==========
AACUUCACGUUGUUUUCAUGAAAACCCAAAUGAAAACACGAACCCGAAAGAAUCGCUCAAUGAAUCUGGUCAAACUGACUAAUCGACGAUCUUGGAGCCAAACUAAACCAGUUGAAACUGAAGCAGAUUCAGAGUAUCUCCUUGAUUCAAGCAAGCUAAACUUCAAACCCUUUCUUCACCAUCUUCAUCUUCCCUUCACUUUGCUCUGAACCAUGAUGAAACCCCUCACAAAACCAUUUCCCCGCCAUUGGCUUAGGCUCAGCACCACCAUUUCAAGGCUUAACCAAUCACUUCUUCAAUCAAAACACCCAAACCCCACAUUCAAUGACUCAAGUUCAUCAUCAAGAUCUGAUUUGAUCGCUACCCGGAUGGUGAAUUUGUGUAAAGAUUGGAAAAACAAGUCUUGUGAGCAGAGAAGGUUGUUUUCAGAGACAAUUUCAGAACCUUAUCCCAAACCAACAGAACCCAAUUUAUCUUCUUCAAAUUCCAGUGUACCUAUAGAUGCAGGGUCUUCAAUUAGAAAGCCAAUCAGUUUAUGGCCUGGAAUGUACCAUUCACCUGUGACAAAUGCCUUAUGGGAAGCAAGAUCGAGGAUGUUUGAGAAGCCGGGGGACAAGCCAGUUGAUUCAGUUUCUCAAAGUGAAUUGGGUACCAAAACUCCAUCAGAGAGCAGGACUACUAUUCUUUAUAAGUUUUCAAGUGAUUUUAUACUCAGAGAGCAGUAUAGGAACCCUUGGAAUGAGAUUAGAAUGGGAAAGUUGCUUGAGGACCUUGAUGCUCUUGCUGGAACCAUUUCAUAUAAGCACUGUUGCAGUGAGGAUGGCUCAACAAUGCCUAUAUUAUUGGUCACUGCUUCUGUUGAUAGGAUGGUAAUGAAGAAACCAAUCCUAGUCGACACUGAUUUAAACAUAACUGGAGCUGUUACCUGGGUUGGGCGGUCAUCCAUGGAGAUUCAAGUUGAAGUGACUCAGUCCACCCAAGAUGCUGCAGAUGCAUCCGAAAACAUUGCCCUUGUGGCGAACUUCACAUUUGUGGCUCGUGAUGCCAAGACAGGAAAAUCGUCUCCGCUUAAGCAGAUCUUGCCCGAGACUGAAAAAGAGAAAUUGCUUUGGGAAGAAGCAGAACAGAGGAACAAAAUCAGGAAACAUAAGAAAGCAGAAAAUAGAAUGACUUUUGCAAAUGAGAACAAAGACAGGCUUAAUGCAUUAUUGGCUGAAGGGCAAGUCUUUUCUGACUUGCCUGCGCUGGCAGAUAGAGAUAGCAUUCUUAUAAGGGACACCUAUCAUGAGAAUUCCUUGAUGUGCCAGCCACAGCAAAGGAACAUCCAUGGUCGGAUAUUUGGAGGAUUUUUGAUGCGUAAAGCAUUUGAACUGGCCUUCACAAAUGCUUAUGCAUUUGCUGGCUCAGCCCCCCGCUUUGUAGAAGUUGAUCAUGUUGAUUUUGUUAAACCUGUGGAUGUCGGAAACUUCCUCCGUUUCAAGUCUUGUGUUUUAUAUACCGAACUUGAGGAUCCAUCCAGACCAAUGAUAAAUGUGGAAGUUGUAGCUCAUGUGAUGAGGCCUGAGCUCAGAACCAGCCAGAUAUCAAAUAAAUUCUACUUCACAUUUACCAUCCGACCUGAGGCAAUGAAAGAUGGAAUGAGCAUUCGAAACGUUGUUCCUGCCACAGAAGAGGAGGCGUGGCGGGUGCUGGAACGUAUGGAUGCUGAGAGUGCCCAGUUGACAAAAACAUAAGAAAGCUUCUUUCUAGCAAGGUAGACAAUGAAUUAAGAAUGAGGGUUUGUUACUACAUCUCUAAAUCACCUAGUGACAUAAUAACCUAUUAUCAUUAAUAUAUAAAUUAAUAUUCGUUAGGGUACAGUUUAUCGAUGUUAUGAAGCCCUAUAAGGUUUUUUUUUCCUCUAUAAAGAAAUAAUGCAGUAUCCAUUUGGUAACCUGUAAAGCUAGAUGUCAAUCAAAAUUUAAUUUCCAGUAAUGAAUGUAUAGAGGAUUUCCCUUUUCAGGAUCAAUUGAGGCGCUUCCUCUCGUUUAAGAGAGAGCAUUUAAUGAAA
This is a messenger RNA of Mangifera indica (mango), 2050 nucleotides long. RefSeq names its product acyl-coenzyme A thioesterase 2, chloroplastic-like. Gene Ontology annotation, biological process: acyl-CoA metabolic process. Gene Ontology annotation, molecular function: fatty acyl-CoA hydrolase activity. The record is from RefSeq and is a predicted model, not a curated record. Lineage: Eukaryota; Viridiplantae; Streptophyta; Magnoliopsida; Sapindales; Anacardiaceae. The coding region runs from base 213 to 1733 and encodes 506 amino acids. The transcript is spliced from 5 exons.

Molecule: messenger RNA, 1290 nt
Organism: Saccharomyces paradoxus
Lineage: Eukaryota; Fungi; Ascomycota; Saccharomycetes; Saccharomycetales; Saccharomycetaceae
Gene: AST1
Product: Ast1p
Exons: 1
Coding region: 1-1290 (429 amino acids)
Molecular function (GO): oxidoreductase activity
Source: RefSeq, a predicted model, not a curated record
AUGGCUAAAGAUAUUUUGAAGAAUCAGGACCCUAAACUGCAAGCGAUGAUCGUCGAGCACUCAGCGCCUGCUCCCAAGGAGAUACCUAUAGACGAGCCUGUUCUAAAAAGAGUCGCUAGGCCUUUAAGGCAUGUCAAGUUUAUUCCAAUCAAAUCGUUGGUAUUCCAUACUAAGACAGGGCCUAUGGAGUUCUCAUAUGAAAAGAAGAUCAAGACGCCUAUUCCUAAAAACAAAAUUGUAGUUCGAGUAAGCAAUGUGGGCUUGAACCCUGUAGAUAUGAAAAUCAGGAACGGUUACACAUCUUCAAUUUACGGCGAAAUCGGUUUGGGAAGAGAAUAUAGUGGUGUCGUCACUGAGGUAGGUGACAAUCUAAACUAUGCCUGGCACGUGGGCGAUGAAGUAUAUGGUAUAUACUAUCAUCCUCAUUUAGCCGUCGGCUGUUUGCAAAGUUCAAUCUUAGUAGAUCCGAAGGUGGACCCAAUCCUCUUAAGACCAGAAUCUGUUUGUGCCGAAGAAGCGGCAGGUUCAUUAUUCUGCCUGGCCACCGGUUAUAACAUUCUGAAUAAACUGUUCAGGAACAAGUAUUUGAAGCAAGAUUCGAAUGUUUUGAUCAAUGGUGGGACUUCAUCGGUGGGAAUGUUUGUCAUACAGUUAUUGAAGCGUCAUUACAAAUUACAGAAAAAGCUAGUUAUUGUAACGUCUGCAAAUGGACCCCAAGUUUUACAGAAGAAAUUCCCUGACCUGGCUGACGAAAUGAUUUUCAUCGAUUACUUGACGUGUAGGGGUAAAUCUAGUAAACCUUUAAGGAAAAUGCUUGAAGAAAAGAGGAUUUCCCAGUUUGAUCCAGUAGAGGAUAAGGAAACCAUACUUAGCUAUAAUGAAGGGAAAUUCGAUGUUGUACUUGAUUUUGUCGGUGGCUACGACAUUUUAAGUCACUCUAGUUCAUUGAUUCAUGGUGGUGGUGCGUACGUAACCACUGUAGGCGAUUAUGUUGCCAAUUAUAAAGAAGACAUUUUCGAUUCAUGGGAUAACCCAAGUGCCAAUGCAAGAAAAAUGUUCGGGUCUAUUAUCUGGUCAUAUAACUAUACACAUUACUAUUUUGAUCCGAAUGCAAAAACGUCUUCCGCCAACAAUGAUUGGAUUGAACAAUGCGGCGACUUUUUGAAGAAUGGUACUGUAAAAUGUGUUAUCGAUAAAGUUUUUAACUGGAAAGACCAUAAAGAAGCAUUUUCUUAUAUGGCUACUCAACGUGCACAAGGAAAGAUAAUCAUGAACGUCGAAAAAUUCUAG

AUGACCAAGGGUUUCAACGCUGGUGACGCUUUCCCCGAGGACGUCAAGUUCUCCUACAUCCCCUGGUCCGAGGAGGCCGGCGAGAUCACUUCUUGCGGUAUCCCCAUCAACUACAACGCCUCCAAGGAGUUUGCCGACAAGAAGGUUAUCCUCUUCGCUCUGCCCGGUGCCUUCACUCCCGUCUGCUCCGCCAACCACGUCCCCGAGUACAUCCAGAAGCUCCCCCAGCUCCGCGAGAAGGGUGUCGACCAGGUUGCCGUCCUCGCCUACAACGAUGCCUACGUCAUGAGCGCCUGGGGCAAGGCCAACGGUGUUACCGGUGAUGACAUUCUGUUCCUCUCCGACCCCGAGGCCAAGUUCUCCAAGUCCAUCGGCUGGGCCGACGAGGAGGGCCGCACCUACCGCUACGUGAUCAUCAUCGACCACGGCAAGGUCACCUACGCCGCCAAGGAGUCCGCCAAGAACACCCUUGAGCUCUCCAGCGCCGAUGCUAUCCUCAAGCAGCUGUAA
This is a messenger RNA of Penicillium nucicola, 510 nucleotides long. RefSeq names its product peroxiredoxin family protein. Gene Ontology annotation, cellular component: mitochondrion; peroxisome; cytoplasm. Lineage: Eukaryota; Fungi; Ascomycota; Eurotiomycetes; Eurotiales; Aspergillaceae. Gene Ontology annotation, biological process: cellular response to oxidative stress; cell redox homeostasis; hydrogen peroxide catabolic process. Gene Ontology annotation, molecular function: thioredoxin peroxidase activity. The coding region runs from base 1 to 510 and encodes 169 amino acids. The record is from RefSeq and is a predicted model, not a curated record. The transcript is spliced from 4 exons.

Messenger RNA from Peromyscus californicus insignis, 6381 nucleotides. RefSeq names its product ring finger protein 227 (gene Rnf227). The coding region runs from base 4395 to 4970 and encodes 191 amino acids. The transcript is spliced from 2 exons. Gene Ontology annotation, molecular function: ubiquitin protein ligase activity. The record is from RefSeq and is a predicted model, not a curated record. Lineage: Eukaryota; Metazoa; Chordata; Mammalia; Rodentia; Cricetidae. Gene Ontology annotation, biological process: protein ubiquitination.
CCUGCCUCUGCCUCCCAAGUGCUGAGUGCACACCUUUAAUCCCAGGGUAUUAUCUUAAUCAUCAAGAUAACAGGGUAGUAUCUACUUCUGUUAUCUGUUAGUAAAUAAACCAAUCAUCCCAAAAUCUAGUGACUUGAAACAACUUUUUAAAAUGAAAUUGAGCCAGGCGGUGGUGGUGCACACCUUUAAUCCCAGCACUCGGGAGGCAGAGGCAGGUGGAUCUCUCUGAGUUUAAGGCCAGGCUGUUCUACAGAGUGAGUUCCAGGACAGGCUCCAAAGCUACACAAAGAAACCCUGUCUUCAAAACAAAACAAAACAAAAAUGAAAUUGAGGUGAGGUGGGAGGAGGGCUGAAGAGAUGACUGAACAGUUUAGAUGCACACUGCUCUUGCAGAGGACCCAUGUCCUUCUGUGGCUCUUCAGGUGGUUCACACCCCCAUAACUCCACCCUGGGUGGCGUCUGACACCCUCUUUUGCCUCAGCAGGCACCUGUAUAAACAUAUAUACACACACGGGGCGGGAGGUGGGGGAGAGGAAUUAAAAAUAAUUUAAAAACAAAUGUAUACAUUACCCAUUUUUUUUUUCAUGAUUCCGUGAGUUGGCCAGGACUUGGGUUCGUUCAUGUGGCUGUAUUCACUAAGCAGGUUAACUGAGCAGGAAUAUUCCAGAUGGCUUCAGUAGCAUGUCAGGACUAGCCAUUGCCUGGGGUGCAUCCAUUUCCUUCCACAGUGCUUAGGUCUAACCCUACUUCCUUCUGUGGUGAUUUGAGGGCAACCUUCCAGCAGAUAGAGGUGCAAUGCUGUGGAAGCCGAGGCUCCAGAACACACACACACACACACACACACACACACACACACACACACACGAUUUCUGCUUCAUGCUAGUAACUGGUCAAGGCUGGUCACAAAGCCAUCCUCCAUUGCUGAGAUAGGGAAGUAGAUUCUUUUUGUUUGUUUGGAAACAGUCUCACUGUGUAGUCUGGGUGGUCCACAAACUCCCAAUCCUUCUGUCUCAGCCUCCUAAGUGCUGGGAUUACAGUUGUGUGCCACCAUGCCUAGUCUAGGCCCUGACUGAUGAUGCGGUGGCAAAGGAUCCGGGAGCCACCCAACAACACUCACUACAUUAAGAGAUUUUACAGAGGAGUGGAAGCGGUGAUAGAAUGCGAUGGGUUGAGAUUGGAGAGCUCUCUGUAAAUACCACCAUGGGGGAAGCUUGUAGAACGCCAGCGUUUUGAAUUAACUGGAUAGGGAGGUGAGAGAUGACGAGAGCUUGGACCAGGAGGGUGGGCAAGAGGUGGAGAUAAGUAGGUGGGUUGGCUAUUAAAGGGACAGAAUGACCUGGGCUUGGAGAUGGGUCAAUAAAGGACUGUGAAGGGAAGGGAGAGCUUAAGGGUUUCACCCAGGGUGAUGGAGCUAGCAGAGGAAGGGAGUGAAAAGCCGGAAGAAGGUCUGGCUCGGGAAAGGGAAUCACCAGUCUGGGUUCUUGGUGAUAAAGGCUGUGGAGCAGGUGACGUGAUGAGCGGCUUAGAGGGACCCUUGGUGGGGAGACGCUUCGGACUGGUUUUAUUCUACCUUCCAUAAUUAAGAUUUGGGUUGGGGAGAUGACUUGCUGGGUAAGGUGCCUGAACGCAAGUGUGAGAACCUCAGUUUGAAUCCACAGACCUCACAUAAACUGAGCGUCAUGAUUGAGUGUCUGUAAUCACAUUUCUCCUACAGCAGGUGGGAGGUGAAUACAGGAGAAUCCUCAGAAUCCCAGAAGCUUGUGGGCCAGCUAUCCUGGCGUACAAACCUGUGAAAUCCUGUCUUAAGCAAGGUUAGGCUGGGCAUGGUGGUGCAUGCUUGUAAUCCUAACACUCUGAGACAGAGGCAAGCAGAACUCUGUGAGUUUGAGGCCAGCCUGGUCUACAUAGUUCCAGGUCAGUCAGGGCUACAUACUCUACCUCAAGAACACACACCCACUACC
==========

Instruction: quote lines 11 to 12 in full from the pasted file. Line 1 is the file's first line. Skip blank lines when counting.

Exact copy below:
Source: RefSeq, a predicted model, not a curated record
AUGGCUAAAGAUAUUUUGAAGAAUCAGGACCCUAAACUGCAAGCGAUGAUCGUCGAGCACUCAGCGCCUGCUCCCAAGGAGAUACCUAUAGACGAGCCUGUUCUAAAAAGAGUCGCUAGGCCUUUAAGGCAUGUCAAGUUUAUUCCAAUCAAAUCGUUGGUAUUCCAUACUAAGACAGGGCCUAUGGAGUUCUCAUAUGAAAAGAAGAUCAAGACGCCUAUUCCUAAAAACAAAAUUGUAGUUCGAGUAAGCAAUGUGGGCUUGAACCCUGUAGAUAUGAAAAUCAGGAACGGUUACACAUCUUCAAUUUACGGCGAAAUCGGUUUGGGAAGAGAAUAUAGUGGUGUCGUCACUGAGGUAGGUGACAAUCUAAACUAUGCCUGGCACGUGGGCGAUGAAGUAUAUGGUAUAUACUAUCAUCCUCAUUUAGCCGUCGGCUGUUUGCAAAGUUCAAUCUUAGUAGAUCCGAAGGUGGACCCAAUCCUCUUAAGACCAGAAUCUGUUUGUGCCGAAGAAGCGGCAGGUUCAUUAUUCUGCCUGGCCACCGGUUAUAACAUUCUGAAUAAACUGUUCAGGAACAAGUAUUUGAAGCAAGAUUCGAAUGUUUUGAUCAAUGGUGGGACUUCAUCGGUGGGAAUGUUUGUCAUACAGUUAUUGAAGCGUCAUUACAAAUUACAGAAAAAGCUAGUUAUUGUAACGUCUGCAAAUGGACCCCAAGUUUUACAGAAGAAAUUCCCUGACCUGGCUGACGAAAUGAUUUUCAUCGAUUACUUGACGUGUAGGGGUAAAUCUAGUAAACCUUUAAGGAAAAUGCUUGAAGAAAAGAGGAUUUCCCAGUUUGAUCCAGUAGAGGAUAAGGAAACCAUACUUAGCUAUAAUGAAGGGAAAUUCGAUGUUGUACUUGAUUUUGUCGGUGGCUACGACAUUUUAAGUCACUCUAGUUCAUUGAUUCAUGGUGGUGGUGCGUACGUAACCACUGUAGGCGAUUAUGUUGCCAAUUAUAAAGAAGACAUUUUCGAUUCAUGGGAUAACCCAAGUGCCAAUGCAAGAAAAAUGUUCGGGUCUAUUAUCUGGUCAUAUAACUAUACACAUUACUAUUUUGAUCCGAAUGCAAAAACGUCUUCCGCCAACAAUGAUUGGAUUGAACAAUGCGGCGACUUUUUGAAGAAUGGUACUGUAAAAUGUGUUAUCGAUAAAGUUUUUAACUGGAAAGACCAUAAAGAAGCAUUUUCUUAUAUGGCUACUCAACGUGCACAAGGAAAGAUAAUCAUGAACGUCGAAAAAUUCUAG